IT security professionals that are feeling the strain caused by a significant spike in the number of cyberattacks being launched apparently are not alone. A new security report for the third quarter from Akamai finds the number of web application attacks increased 69 percent year over year. That follows a 30 percent increase in the previous quarter. Most of those attacks are exploiting well-known vulnerabilities because they continue to work. For example, SQL injection attacks continued to be heavily employed. The report finds this attack vector increased 19 percent this quarter, and 62 percent since last year.
Martin McKeay, senior security advocate at Akamai, says that despite all the attention paid to elaborate zero-day threats most IT security issues involve some type of human error involving, for example, the failure to patch an application. Whenever feasible cybercriminals are going to look for the path of least resistance. Most of them are not going to take the time and effort required to create a sophisticated attack when a rudimentary one accomplishes the same goal, says McKeay.
What is changing is that cybercriminals are leveraging bots and other forms of automation to increase the volume of attacks they can launch. In fact, the Akamai report notes that a Mirai and WireX strains of malware highlight the vast potential of new sources Internet of Things (IoT) and mobile computing devices that can be commandeered to create massive armies of botnets.
The rise of those botnets only serves to make the job of the average IT security administrator that much more difficult. Cybercriminals are playing a percentage game. They know if they increase the volume of attacks they will be able to penetrate more applications. Botnets allow them to scale their attacks at a minimal additional cost, so the return on investment (ROI) on creating a botnet army is high.'Botnets allow cybercriminals to scale attacks at a minimal additional cost' ~ Mike VizardClick To Tweet
Because of these issues, many organizations are building more elaborate defenses. For example, microsegmentation using virtual overlay networks provides a means to contain an inevitable breach. McKeay also notes that content delivery networks such as the one Akamai operates also add an additional defense perimeter because of the security technologies that Akamai implements. IT security is moving well past the idea of defending the proverbial castle wall. There are now moats in the form of CDNs, concentric walls created using virtual networks, traps and murder holes that were used to contain attacks in the event of a breach of the outer wall, and keeps where the most critical intellectual property, also known as crown jewels, are stored.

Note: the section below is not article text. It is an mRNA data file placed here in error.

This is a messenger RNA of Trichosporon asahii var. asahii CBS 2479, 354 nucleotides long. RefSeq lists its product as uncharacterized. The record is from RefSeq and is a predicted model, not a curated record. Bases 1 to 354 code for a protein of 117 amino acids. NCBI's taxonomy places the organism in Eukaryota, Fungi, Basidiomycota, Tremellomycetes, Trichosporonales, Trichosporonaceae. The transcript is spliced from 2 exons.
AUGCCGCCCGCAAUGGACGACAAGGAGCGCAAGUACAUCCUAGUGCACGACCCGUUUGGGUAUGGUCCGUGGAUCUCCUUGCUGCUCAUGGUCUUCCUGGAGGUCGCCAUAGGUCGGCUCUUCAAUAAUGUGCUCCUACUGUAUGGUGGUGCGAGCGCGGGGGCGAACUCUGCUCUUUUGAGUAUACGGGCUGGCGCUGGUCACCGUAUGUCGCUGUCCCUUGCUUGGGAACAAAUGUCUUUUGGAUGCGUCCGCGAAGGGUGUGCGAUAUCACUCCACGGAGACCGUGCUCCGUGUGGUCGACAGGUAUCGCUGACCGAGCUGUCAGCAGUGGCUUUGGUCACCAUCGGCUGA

Of course, just like in medieval times the primary constraint was the traffic needed to get in and out of the castle, which meant gates needed to be created to secure points of entry. However, short of pounding down the walls of these castles using a cannon, most castles eventually became impregnable to attack unless, of course, somebody snuck in and opened the gate.
Most of the concepts applied to IT security today date back to the fortification of castles. The problem is that most people today don’t really appreciate the science that went into building those castles, so instead, they wind up taking an approach to IT security that more closely resembles a wooden fort than a stone castle.
There’s no doubt that organizations going forward are going to invest in a higher level of IT automation to make sure that applications are up to date and that security technologies are regularly updated to defend against both new threats and variants of older ones. But as powerful as any IT security technology there really is no substitute for a well-thought-out layered defense strategy that most medieval rulers would easily recognize.